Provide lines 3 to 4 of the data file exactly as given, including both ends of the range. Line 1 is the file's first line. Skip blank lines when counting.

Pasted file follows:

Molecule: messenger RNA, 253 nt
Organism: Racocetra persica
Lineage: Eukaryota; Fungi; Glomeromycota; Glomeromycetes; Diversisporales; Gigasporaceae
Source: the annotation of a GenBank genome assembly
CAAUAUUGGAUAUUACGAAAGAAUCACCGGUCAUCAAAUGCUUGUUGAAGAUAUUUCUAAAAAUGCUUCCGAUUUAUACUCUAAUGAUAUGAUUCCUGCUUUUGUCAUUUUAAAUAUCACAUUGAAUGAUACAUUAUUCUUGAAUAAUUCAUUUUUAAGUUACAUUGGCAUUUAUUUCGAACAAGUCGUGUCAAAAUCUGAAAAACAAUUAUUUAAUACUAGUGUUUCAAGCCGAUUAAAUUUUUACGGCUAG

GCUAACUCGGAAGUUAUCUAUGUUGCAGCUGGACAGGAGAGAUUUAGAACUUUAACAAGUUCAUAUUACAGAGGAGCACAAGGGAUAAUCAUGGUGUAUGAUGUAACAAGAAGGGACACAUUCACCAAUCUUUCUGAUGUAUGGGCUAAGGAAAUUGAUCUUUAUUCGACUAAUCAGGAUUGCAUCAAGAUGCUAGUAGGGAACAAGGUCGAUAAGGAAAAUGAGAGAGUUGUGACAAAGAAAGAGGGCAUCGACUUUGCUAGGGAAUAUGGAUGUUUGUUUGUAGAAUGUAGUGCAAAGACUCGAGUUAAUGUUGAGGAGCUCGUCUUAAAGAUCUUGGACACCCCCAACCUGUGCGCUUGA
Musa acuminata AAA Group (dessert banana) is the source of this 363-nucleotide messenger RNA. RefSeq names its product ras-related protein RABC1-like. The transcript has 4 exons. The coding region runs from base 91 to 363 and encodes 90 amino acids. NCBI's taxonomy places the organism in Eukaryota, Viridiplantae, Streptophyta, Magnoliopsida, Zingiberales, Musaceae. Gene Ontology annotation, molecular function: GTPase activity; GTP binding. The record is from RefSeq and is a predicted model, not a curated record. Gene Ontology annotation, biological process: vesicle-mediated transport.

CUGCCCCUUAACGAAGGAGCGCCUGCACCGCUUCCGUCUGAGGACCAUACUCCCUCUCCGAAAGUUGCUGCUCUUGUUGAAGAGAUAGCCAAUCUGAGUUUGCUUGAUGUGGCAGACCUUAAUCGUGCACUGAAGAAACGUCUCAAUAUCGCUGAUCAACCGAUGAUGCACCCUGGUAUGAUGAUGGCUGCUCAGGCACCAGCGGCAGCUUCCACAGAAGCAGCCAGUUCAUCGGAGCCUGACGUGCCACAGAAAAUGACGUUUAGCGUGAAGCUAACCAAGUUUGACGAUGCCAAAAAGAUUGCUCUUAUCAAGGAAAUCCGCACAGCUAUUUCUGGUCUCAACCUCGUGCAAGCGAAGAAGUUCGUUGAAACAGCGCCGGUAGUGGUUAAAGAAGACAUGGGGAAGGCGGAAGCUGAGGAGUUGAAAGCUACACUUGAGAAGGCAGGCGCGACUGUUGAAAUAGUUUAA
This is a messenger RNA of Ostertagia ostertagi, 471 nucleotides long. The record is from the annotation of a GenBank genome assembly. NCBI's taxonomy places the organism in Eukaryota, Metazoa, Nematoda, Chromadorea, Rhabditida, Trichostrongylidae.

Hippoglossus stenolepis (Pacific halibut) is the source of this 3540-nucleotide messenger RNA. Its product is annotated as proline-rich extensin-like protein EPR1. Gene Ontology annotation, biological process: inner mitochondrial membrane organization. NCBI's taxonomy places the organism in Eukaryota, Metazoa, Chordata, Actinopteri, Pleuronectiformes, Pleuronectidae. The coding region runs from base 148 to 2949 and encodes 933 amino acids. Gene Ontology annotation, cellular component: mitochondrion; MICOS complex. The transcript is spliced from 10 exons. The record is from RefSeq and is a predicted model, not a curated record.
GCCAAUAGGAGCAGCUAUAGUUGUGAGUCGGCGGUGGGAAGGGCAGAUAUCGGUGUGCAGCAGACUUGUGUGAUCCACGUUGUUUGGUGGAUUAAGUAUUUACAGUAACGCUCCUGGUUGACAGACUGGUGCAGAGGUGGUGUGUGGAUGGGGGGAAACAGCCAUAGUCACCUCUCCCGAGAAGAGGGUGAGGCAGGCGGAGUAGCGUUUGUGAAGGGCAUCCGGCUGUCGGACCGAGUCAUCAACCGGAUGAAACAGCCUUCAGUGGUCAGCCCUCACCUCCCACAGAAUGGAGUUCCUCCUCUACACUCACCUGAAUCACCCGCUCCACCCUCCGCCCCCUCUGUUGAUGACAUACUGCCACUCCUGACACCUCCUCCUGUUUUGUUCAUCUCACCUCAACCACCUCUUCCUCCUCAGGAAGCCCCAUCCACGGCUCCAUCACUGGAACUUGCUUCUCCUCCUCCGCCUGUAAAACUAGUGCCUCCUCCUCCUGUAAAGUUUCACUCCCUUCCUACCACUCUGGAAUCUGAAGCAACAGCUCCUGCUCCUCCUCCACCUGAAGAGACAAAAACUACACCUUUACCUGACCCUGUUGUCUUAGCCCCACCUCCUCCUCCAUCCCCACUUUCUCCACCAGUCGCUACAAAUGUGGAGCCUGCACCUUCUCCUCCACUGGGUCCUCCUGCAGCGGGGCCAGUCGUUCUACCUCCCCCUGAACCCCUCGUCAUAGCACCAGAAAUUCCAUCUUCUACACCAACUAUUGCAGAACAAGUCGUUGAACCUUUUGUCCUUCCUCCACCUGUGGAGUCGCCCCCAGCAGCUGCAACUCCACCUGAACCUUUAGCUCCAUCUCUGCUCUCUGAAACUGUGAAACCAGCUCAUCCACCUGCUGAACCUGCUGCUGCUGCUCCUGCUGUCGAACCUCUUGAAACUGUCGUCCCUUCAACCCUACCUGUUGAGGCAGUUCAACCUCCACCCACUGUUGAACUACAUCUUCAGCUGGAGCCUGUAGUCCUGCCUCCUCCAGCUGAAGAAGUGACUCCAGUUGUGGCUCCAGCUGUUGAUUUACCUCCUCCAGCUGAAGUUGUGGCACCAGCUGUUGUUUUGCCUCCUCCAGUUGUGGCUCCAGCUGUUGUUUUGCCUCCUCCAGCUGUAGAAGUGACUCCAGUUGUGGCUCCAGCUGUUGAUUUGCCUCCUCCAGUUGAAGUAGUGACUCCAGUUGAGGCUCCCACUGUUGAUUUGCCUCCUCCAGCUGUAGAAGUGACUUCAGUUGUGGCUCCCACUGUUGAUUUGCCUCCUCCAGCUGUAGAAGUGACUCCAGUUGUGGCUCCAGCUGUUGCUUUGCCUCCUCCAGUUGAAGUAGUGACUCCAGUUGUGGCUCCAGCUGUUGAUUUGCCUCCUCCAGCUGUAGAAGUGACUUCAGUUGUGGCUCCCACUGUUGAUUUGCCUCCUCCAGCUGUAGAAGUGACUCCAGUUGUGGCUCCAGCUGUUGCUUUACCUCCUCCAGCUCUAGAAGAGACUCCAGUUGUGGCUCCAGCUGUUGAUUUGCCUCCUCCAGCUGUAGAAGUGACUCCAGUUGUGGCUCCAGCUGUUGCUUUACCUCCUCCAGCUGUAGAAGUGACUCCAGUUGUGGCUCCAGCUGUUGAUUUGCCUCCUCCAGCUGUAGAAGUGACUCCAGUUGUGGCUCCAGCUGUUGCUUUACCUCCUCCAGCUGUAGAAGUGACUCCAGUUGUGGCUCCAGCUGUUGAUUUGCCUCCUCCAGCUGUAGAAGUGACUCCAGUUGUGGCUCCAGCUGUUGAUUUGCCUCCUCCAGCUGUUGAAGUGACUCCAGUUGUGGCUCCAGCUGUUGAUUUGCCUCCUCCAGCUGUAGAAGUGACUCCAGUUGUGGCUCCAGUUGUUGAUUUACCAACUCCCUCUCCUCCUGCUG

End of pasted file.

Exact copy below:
Lineage: Eukaryota; Fungi; Glomeromycota; Glomeromycetes; Diversisporales; Gigasporaceae
Source: the annotation of a GenBank genome assembly